All of us must contend with the prevalent negative attitude towards religion, but young people are deeply affected with more than 39% claiming non-affiliation in a recent Pew survey.
Here is how it can happen.
Abby grows up in a structured, doctrine-based religious household but begins to meet people with no religious affiliation. They appear to be kind, compassionate, hard-working, fun, and somehow just good.
She thinks, “Wow, they are kinder, happier, and more motivated than many of my religious friends, and they did this with no religion.”
The obvious conclusion is that organized religion is not necessary to be good or happy. In fact, it comes with a lot of baggage. Chuck it.
Then there is Mike who grows up with some religious affiliation, but the focus is on community and fellowship: youth group meetings and activities, Bible studies, and great praise and worship music.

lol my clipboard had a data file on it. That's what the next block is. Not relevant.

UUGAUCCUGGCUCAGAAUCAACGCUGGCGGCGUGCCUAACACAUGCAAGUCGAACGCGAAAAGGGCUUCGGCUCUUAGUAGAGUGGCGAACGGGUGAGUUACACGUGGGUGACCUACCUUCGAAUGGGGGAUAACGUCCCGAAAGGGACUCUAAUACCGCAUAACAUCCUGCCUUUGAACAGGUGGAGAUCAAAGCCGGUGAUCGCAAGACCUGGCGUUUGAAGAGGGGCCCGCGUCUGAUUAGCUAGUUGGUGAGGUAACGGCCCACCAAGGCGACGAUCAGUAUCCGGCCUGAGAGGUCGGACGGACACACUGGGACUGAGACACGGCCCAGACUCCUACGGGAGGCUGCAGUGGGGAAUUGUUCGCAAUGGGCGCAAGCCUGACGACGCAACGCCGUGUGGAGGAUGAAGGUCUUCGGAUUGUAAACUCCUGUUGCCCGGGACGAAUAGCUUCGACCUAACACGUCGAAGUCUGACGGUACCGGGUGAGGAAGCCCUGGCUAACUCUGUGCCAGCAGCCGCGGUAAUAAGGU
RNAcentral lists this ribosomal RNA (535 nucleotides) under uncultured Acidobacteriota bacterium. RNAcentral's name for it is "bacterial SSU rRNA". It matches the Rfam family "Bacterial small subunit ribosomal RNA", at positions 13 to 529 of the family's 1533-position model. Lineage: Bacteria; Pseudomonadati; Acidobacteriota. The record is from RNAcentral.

But Mike finds his beliefs challenged by certain scientific discoveries and opinions of peers and professors. The stories in the Bible are ridiculed, whether Jesus is a historical person is questioned, and the existence of the soul and of God is doubted. So Mike decides to “grow up” and out of religion. Chuck it.
Finally, Theresa loves God and prays often. At a certain point, someone points out all the atrocities committed by Christians or those of other faiths who spread hate because of their beliefs. It won’t stop her from praying, but Theresa now believes that organized religion prevents people from being tolerant and causes violence. Chuck it.
Do these ideas sound familiar?
What does being spiritual mean?